S
R: perhaps a place to start... http://www.amazon.com/Who-Speaks-Islam-Billion-Muslims/dp/1595620176 
Zaki Hasan
Don't mind R, folks. He's like the "wacky neighbor" of my Facebook wall. Whenever anyone drops a mention of Islamophobia, he jets across the hall like Kramer. 
R
I've seen the results of the societys created in Pakistan, Afghanistan, Iran, Iraq, on the world etc etc etc. Little moderation, little peace, little good treatment of their people. I've seen the polls that showed Bin Laden hero worship post 911 in those countries (heck even a decent though minority of respondents in a British Muslim poll). I've seen the literally hundreds at this point of terrorist attacks cheered on by those societies, to the extent they aren't inflicting it on each other. 
R
I mean, did i miss the memo where Afhganistan and even Pakistan aren't hell holes?
S
R: have you seen the "Christian" hellholes in South America or the "Hindu" hell holes of India and Nepal? I'm sure if you reflect a little on this issue you will see things differently... 
Zaki Hasan
I have to agree with the above comments, R. There are a whole mess of economic and social issues that are directly and more logically attributable as causes of the conditions you describe, which cut across all religious stripes. The only way that "Islam" works as the root, underlying cause of said conditions is if one has already made up their mind. 
R
and yet every Muslim dominated country sucks. 
Zaki Hasan
Seriously, R...that's just an amazingly ignorant comment. 
R
Fundamentalism is incompatible with modern society and a decent culture. This is where the "hasn't matured" enough thing come s in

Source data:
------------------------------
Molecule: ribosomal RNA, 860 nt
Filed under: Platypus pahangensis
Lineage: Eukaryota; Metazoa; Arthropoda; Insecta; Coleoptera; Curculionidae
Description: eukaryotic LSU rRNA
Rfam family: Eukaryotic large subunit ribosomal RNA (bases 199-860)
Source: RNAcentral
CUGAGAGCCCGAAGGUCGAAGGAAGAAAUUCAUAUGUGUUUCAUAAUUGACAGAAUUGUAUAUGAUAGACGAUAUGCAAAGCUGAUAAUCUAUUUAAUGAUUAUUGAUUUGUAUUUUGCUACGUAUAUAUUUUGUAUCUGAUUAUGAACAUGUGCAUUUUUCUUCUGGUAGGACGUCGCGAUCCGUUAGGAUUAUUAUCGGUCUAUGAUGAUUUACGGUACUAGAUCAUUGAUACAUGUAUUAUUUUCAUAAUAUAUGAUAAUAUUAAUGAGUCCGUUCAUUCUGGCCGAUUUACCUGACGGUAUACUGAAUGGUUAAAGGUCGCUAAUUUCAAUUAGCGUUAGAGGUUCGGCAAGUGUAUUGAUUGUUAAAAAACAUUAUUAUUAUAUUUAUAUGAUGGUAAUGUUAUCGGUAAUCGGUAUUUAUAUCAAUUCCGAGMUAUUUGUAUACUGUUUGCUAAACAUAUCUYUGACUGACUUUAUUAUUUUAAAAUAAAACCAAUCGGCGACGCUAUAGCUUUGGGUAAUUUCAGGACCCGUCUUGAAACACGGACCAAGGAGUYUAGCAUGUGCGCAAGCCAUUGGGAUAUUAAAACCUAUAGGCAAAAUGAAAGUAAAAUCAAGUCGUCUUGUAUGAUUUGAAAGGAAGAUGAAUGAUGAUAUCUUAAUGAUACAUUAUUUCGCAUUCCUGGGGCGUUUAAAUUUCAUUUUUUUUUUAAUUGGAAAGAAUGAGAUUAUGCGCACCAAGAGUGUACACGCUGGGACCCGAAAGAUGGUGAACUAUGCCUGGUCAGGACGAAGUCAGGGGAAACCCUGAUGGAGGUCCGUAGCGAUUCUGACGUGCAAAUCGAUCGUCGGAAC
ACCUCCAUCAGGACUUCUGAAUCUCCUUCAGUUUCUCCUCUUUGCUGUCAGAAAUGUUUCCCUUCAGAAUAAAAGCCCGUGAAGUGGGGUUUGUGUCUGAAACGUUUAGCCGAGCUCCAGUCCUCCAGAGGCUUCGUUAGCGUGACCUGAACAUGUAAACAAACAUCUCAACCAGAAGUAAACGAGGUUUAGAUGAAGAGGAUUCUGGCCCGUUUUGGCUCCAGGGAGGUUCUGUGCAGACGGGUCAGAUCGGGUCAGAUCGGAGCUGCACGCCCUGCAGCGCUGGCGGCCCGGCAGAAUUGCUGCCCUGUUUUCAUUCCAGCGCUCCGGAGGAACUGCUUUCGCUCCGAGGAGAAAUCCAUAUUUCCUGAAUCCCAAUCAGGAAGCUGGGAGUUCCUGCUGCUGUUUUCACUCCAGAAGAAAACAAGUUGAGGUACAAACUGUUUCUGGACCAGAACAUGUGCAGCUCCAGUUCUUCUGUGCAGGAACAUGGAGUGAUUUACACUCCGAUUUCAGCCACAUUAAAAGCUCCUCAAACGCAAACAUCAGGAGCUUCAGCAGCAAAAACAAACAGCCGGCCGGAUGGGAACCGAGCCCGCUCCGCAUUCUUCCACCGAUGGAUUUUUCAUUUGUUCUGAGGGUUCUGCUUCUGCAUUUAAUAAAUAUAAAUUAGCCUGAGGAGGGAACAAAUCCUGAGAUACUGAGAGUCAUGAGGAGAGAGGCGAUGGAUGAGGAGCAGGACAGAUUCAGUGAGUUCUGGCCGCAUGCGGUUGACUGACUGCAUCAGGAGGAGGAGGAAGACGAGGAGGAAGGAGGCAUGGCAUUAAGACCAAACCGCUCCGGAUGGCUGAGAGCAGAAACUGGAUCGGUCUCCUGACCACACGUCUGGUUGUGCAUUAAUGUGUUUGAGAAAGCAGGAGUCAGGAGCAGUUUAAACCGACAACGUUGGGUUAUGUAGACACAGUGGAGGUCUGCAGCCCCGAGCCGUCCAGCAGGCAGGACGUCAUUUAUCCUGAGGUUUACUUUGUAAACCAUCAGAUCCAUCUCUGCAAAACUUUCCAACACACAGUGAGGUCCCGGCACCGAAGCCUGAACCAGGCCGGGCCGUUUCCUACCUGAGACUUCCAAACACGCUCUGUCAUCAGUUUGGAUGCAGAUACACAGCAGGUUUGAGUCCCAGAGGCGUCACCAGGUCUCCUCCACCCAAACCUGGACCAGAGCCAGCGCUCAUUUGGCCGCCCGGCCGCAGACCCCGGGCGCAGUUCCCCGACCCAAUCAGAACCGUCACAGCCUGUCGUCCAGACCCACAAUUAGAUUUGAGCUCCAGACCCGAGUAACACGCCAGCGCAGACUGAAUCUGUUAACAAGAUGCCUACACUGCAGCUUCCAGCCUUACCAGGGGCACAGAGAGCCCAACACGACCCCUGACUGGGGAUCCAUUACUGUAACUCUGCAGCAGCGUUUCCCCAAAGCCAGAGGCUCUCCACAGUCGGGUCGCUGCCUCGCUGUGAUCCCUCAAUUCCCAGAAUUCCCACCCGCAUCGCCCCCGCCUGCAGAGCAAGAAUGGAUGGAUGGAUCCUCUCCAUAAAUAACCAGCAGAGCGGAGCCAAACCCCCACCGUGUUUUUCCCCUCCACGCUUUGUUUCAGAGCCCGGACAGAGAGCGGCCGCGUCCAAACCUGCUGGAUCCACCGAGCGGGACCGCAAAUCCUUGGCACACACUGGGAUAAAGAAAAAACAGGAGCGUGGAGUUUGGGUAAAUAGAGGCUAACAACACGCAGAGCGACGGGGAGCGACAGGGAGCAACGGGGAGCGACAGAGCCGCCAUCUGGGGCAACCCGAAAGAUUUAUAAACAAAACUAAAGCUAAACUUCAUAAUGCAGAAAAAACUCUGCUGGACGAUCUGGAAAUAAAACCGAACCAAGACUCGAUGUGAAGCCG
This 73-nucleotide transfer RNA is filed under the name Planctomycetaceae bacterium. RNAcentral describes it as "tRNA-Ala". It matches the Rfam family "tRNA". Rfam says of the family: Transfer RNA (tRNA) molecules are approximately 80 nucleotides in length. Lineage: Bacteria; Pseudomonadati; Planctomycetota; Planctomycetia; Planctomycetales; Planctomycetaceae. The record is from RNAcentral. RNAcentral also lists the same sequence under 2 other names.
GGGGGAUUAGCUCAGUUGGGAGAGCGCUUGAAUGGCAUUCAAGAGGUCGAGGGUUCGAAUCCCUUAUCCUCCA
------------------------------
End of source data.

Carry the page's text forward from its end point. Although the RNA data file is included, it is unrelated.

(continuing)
Zaki Hasan
R, I could get into how terms like "fundamentalism" and even "maturity" are entirely in the eye of the beholder, and meaningless without qualifiers, but I'll simply say that you're speaking with a lot of authority about countries and people you know very little about beyond what you see on the evening news, even as you're being pointed in the direction of facts that will correct your misinterpretations. 
Suffice it to say, Iran, Iraq, Pakistan, and Afghanistan aren't monolithic, anymore than we are here, or any country anywhere in the world. That's something anyone who's lived in that region will readily tell you, and it's being reiterated for you repeatedly in this very thread. I'd think the actual experiences of people who've lived in the Mid East means more than the prepackaged talking points of the pundit class as they brandish a handful of polls stripped of all context and nuance. 
E
Having been to Turkey, I can tell you it's pretty darn moderate and proud of it. The thought of "fundamentalist" in the stereotypical sense scares the vast majority of them to death...and it's a 98% Muslim country with all stipes represented. Istanbul is as modern, secular, and as cosmopolitan as Asia/Eastern Europe gets. The sad thing is that most people don't believe me when I tell them that. Indonesia, the country with the most Muslims in the world, certainly doesn't suck either. 
R
I know Zaki. Itt's all relative. Covering women head to toe. Honor rapes. Hacking off hands for theft. IT's culturally relative, right? Eye of the beholder. Supporting bin laden. Murdering 3,000 people in oneshot just because. None of it is condemnable. It's all relative. 
R